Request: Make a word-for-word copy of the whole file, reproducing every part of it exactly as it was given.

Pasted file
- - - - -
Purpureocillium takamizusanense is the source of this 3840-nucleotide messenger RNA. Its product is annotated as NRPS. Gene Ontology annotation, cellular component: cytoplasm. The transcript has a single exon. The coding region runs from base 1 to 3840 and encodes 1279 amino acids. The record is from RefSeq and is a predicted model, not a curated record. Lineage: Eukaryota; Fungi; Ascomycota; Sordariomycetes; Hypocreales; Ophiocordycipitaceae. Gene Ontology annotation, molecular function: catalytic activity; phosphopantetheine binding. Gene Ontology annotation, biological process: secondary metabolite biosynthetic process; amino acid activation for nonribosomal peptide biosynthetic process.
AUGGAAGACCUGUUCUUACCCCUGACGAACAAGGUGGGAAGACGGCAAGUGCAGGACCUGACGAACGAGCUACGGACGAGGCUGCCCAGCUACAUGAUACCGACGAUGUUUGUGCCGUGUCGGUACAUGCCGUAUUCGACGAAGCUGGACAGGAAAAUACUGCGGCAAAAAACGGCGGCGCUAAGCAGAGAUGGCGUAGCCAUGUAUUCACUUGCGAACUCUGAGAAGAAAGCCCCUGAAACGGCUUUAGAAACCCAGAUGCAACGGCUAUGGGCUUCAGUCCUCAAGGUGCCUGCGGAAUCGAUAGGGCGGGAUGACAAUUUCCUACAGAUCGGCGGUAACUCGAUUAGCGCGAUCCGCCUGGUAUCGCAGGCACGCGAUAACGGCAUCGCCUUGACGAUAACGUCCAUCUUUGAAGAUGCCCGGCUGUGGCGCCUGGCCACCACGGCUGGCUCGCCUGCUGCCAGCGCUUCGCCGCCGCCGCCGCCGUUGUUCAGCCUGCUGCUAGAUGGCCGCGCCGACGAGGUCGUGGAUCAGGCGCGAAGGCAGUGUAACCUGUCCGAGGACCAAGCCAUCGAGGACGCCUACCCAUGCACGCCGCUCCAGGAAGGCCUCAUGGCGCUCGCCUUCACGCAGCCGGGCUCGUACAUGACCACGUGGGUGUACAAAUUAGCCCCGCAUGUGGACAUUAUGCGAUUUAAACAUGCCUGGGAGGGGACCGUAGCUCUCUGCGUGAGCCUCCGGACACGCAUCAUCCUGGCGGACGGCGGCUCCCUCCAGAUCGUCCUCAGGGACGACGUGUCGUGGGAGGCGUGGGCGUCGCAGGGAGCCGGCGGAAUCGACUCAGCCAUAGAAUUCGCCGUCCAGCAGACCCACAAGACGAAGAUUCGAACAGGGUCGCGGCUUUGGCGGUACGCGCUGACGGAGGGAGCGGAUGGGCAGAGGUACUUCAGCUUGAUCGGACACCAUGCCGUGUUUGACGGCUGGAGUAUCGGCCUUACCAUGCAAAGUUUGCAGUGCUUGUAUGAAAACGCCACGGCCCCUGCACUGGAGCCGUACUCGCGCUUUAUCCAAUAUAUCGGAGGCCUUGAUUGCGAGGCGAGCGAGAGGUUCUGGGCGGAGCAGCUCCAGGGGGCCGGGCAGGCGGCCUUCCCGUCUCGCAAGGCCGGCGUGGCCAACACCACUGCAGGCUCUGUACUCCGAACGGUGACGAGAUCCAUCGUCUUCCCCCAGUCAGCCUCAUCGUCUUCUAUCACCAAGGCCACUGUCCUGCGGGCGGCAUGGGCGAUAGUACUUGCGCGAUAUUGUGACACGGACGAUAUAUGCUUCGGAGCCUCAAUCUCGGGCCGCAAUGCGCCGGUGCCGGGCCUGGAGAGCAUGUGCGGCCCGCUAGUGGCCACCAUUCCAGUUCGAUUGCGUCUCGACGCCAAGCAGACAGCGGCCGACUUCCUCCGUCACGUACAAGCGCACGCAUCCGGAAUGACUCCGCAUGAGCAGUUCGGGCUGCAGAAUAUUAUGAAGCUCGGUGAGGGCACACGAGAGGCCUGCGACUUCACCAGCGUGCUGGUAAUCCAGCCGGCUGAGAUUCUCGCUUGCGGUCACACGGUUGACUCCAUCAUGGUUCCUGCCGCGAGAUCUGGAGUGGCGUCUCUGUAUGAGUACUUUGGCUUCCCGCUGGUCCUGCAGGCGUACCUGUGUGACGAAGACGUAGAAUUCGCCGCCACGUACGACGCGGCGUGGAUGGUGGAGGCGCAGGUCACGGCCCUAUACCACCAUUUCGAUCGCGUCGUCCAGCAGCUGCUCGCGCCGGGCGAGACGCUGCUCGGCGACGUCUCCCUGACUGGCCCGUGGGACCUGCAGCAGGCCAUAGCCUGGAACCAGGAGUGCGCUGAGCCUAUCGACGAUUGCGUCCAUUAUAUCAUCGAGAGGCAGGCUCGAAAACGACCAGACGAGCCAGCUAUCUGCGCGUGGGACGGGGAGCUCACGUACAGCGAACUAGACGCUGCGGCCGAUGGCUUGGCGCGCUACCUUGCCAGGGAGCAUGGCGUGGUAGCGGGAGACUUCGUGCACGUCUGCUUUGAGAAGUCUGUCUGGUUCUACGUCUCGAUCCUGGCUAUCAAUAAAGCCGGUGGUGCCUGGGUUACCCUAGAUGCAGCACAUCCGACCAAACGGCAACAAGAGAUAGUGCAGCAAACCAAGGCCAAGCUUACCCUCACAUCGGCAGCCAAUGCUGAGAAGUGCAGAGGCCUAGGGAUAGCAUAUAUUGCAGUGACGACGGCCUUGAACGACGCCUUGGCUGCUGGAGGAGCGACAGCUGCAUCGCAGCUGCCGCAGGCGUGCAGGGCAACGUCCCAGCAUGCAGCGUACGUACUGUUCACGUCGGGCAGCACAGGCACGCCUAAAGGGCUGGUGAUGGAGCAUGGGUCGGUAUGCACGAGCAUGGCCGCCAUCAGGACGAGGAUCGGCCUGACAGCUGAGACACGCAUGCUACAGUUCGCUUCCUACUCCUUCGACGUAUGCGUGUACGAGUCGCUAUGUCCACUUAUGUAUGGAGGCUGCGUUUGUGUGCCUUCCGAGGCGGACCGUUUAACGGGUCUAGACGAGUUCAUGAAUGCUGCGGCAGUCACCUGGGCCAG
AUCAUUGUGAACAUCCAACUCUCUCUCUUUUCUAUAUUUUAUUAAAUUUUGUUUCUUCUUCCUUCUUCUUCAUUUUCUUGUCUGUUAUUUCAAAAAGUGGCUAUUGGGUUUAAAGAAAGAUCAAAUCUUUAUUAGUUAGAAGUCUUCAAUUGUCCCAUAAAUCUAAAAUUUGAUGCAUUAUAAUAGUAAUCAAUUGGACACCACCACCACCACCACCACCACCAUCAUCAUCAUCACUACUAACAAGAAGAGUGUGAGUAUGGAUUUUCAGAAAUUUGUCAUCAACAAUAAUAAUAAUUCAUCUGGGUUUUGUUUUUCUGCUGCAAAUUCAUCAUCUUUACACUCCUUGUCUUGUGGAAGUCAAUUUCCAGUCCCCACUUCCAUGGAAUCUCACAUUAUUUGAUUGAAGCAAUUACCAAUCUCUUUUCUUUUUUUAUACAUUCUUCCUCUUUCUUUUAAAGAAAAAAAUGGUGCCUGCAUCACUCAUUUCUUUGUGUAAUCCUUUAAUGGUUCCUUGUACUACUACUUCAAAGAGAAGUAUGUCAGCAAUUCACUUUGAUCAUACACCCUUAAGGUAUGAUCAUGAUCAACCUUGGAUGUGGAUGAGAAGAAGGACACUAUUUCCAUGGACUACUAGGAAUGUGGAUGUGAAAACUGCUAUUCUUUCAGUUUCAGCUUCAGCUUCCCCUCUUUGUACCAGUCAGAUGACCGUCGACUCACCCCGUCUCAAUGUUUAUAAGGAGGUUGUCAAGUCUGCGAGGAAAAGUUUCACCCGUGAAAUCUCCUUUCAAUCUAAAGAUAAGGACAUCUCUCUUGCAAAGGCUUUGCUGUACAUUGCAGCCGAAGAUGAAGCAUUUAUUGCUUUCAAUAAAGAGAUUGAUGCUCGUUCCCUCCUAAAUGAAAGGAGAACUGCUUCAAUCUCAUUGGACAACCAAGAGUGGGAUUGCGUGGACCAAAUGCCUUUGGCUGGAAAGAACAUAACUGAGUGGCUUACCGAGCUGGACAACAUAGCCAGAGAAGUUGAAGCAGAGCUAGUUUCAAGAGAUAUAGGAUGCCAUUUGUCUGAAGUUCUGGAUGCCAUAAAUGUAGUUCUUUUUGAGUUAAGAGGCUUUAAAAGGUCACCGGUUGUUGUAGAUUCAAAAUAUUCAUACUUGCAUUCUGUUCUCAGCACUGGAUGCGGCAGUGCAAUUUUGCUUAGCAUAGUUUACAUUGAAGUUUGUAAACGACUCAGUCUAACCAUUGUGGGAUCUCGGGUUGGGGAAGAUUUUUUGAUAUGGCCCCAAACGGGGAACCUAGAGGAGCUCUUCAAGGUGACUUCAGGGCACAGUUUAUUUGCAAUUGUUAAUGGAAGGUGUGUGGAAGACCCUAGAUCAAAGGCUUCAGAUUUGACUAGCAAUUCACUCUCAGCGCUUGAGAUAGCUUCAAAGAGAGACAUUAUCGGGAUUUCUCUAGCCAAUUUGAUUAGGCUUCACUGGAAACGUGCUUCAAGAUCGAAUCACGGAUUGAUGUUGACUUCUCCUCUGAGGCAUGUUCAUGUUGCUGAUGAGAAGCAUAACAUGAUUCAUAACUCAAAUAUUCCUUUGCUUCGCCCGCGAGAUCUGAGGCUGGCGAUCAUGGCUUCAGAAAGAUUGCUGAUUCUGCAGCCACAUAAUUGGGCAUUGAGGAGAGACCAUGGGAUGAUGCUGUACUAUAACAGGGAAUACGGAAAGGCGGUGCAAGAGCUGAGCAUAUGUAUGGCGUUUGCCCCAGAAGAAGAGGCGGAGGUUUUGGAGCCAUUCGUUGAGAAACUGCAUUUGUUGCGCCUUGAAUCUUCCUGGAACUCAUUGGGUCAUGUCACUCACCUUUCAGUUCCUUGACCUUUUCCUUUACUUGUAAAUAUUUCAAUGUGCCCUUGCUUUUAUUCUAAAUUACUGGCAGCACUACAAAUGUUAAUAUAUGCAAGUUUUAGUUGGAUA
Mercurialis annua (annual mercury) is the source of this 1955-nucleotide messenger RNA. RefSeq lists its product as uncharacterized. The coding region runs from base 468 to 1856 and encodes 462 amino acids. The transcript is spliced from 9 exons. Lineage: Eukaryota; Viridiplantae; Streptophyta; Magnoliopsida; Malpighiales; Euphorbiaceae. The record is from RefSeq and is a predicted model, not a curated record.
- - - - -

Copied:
Purpureocillium takamizusanense is the source of this 3840-nucleotide messenger RNA. Its product is annotated as NRPS. Gene Ontology annotation, cellular component: cytoplasm. The transcript has a single exon. The coding region runs from base 1 to 3840 and encodes 1279 amino acids. The record is from RefSeq and is a predicted model, not a curated record. Lineage: Eukaryota; Fungi; Ascomycota; Sordariomycetes; Hypocreales; Ophiocordycipitaceae. Gene Ontology annotation, molecular function: catalytic activity; phosphopantetheine binding. Gene Ontology annotation, biological process: secondary metabolite biosynthetic process; amino acid activation for nonribosomal peptide biosynthetic process.
AUGGAAGACCUGUUCUUACCCCUGACGAACAAGGUGGGAAGACGGCAAGUGCAGGACCUGACGAACGAGCUACGGACGAGGCUGCCCAGCUACAUGAUACCGACGAUGUUUGUGCCGUGUCGGUACAUGCCGUAUUCGACGAAGCUGGACAGGAAAAUACUGCGGCAAAAAACGGCGGCGCUAAGCAGAGAUGGCGUAGCCAUGUAUUCACUUGCGAACUCUGAGAAGAAAGCCCCUGAAACGGCUUUAGAAACCCAGAUGCAACGGCUAUGGGCUUCAGUCCUCAAGGUGCCUGCGGAAUCGAUAGGGCGGGAUGACAAUUUCCUACAGAUCGGCGGUAACUCGAUUAGCGCGAUCCGCCUGGUAUCGCAGGCACGCGAUAACGGCAUCGCCUUGACGAUAACGUCCAUCUUUGAAGAUGCCCGGCUGUGGCGCCUGGCCACCACGGCUGGCUCGCCUGCUGCCAGCGCUUCGCCGCCGCCGCCGCCGUUGUUCAGCCUGCUGCUAGAUGGCCGCGCCGACGAGGUCGUGGAUCAGGCGCGAAGGCAGUGUAACCUGUCCGAGGACCAAGCCAUCGAGGACGCCUACCCAUGCACGCCGCUCCAGGAAGGCCUCAUGGCGCUCGCCUUCACGCAGCCGGGCUCGUACAUGACCACGUGGGUGUACAAAUUAGCCCCGCAUGUGGACAUUAUGCGAUUUAAACAUGCCUGGGAGGGGACCGUAGCUCUCUGCGUGAGCCUCCGGACACGCAUCAUCCUGGCGGACGGCGGCUCCCUCCAGAUCGUCCUCAGGGACGACGUGUCGUGGGAGGCGUGGGCGUCGCAGGGAGCCGGCGGAAUCGACUCAGCCAUAGAAUUCGCCGUCCAGCAGACCCACAAGACGAAGAUUCGAACAGGGUCGCGGCUUUGGCGGUACGCGCUGACGGAGGGAGCGGAUGGGCAGAGGUACUUCAGCUUGAUCGGACACCAUGCCGUGUUUGACGGCUGGAGUAUCGGCCUUACCAUGCAAAGUUUGCAGUGCUUGUAUGAAAACGCCACGGCCCCUGCACUGGAGCCGUACUCGCGCUUUAUCCAAUAUAUCGGAGGCCUUGAUUGCGAGGCGAGCGAGAGGUUCUGGGCGGAGCAGCUCCAGGGGGCCGGGCAGGCGGCCUUCCCGUCUCGCAAGGCCGGCGUGGCCAACACCACUGCAGGCUCUGUACUCCGAACGGUGACGAGAUCCAUCGUCUUCCCCCAGUCAGCCUCAUCGUCUUCUAUCACCAAGGCCACUGUCCUGCGGGCGGCAUGGGCGAUAGUACUUGCGCGAUAUUGUGACACGGACGAUAUAUGCUUCGGAGCCUCAAUCUCGGGCCGCAAUGCGCCGGUGCCGGGCCUGGAGAGCAUGUGCGGCCCGCUAGUGGCCACCAUUCCAGUUCGAUUGCGUCUCGACGCCAAGCAGACAGCGGCCGACUUCCUCCGUCACGUACAAGCGCACGCAUCCGGAAUGACUCCGCAUGAGCAGUUCGGGCUGCAGAAUAUUAUGAAGCUCGGUGAGGGCACACGAGAGGCCUGCGACUUCACCAGCGUGCUGGUAAUCCAGCCGGCUGAGAUUCUCGCUUGCGGUCACACGGUUGACUCCAUCAUGGUUCCUGCCGCGAGAUCUGGAGUGGCGUCUCUGUAUGAGUACUUUGGCUUCCCGCUGGUCCUGCAGGCGUACCUGUGUGACGAAGACGUAGAAUUCGCCGCCACGUACGACGCGGCGUGGAUGGUGGAGGCGCAGGUCACGGCCCUAUACCACCAUUUCGAUCGCGUCGUCCAGCAGCUGCUCGCGCCGGGCGAGACGCUGCUCGGCGACGUCUCCCUGACUGGCCCGUGGGACCUGCAGCAGGCCAUAGCCUGGAACCAGGAGUGCGCUGAGCCUAUCGACGAUUGCGUCCAUUAUAUCAUCGAGAGGCAGGCUCGAAAACGACCAGACGAGCCAGCUAUCUGCGCGUGGGACGGGGAGCUCACGUACAGCGAACUAGACGCUGCGGCCGAUGGCUUGGCGCGCUACCUUGCCAGGGAGCAUGGCGUGGUAGCGGGAGACUUCGUGCACGUCUGCUUUGAGAAGUCUGUCUGGUUCUACGUCUCGAUCCUGGCUAUCAAUAAAGCCGGUGGUGCCUGGGUUACCCUAGAUGCAGCACAUCCGACCAAACGGCAACAAGAGAUAGUGCAGCAAACCAAGGCCAAGCUUACCCUCACAUCGGCAGCCAAUGCUGAGAAGUGCAGAGGCCUAGGGAUAGCAUAUAUUGCAGUGACGACGGCCUUGAACGACGCCUUGGCUGCUGGAGGAGCGACAGCUGCAUCGCAGCUGCCGCAGGCGUGCAGGGCAACGUCCCAGCAUGCAGCGUACGUACUGUUCACGUCGGGCAGCACAGGCACGCCUAAAGGGCUGGUGAUGGAGCAUGGGUCGGUAUGCACGAGCAUGGCCGCCAUCAGGACGAGGAUCGGCCUGACAGCUGAGACACGCAUGCUACAGUUCGCUUCCUACUCCUUCGACGUAUGCGUGUACGAGUCGCUAUGUCCACUUAUGUAUGGAGGCUGCGUUUGUGUGCCUUCCGAGGCGGACCGUUUAACGGGUCUAGACGAGUUCAUGAAUGCUGCGGCAGUCACCUGGGCCAG
AUCAUUGUGAACAUCCAACUCUCUCUCUUUUCUAUAUUUUAUUAAAUUUUGUUUCUUCUUCCUUCUUCUUCAUUUUCUUGUCUGUUAUUUCAAAAAGUGGCUAUUGGGUUUAAAGAAAGAUCAAAUCUUUAUUAGUUAGAAGUCUUCAAUUGUCCCAUAAAUCUAAAAUUUGAUGCAUUAUAAUAGUAAUCAAUUGGACACCACCACCACCACCACCACCACCAUCAUCAUCAUCACUACUAACAAGAAGAGUGUGAGUAUGGAUUUUCAGAAAUUUGUCAUCAACAAUAAUAAUAAUUCAUCUGGGUUUUGUUUUUCUGCUGCAAAUUCAUCAUCUUUACACUCCUUGUCUUGUGGAAGUCAAUUUCCAGUCCCCACUUCCAUGGAAUCUCACAUUAUUUGAUUGAAGCAAUUACCAAUCUCUUUUCUUUUUUUAUACAUUCUUCCUCUUUCUUUUAAAGAAAAAAAUGGUGCCUGCAUCACUCAUUUCUUUGUGUAAUCCUUUAAUGGUUCCUUGUACUACUACUUCAAAGAGAAGUAUGUCAGCAAUUCACUUUGAUCAUACACCCUUAAGGUAUGAUCAUGAUCAACCUUGGAUGUGGAUGAGAAGAAGGACACUAUUUCCAUGGACUACUAGGAAUGUGGAUGUGAAAACUGCUAUUCUUUCAGUUUCAGCUUCAGCUUCCCCUCUUUGUACCAGUCAGAUGACCGUCGACUCACCCCGUCUCAAUGUUUAUAAGGAGGUUGUCAAGUCUGCGAGGAAAAGUUUCACCCGUGAAAUCUCCUUUCAAUCUAAAGAUAAGGACAUCUCUCUUGCAAAGGCUUUGCUGUACAUUGCAGCCGAAGAUGAAGCAUUUAUUGCUUUCAAUAAAGAGAUUGAUGCUCGUUCCCUCCUAAAUGAAAGGAGAACUGCUUCAAUCUCAUUGGACAACCAAGAGUGGGAUUGCGUGGACCAAAUGCCUUUGGCUGGAAAGAACAUAACUGAGUGGCUUACCGAGCUGGACAACAUAGCCAGAGAAGUUGAAGCAGAGCUAGUUUCAAGAGAUAUAGGAUGCCAUUUGUCUGAAGUUCUGGAUGCCAUAAAUGUAGUUCUUUUUGAGUUAAGAGGCUUUAAAAGGUCACCGGUUGUUGUAGAUUCAAAAUAUUCAUACUUGCAUUCUGUUCUCAGCACUGGAUGCGGCAGUGCAAUUUUGCUUAGCAUAGUUUACAUUGAAGUUUGUAAACGACUCAGUCUAACCAUUGUGGGAUCUCGGGUUGGGGAAGAUUUUUUGAUAUGGCCCCAAACGGGGAACCUAGAGGAGCUCUUCAAGGUGACUUCAGGGCACAGUUUAUUUGCAAUUGUUAAUGGAAGGUGUGUGGAAGACCCUAGAUCAAAGGCUUCAGAUUUGACUAGCAAUUCACUCUCAGCGCUUGAGAUAGCUUCAAAGAGAGACAUUAUCGGGAUUUCUCUAGCCAAUUUGAUUAGGCUUCACUGGAAACGUGCUUCAAGAUCGAAUCACGGAUUGAUGUUGACUUCUCCUCUGAGGCAUGUUCAUGUUGCUGAUGAGAAGCAUAACAUGAUUCAUAACUCAAAUAUUCCUUUGCUUCGCCCGCGAGAUCUGAGGCUGGCGAUCAUGGCUUCAGAAAGAUUGCUGAUUCUGCAGCCACAUAAUUGGGCAUUGAGGAGAGACCAUGGGAUGAUGCUGUACUAUAACAGGGAAUACGGAAAGGCGGUGCAAGAGCUGAGCAUAUGUAUGGCGUUUGCCCCAGAAGAAGAGGCGGAGGUUUUGGAGCCAUUCGUUGAGAAACUGCAUUUGUUGCGCCUUGAAUCUUCCUGGAACUCAUUGGGUCAUGUCACUCACCUUUCAGUUCCUUGACCUUUUCCUUUACUUGUAAAUAUUUCAAUGUGCCCUUGCUUUUAUUCUAAAUUACUGGCAGCACUACAAAUGUUAAUAUAUGCAAGUUUUAGUUGGAUA
Mercurialis annua (annual mercury) is the source of this 1955-nucleotide messenger RNA. RefSeq lists its product as uncharacterized. The coding region runs from base 468 to 1856 and encodes 462 amino acids. The transcript is spliced from 9 exons. Lineage: Eukaryota; Viridiplantae; Streptophyta; Magnoliopsida; Malpighiales; Euphorbiaceae. The record is from RefSeq and is a predicted model, not a curated record.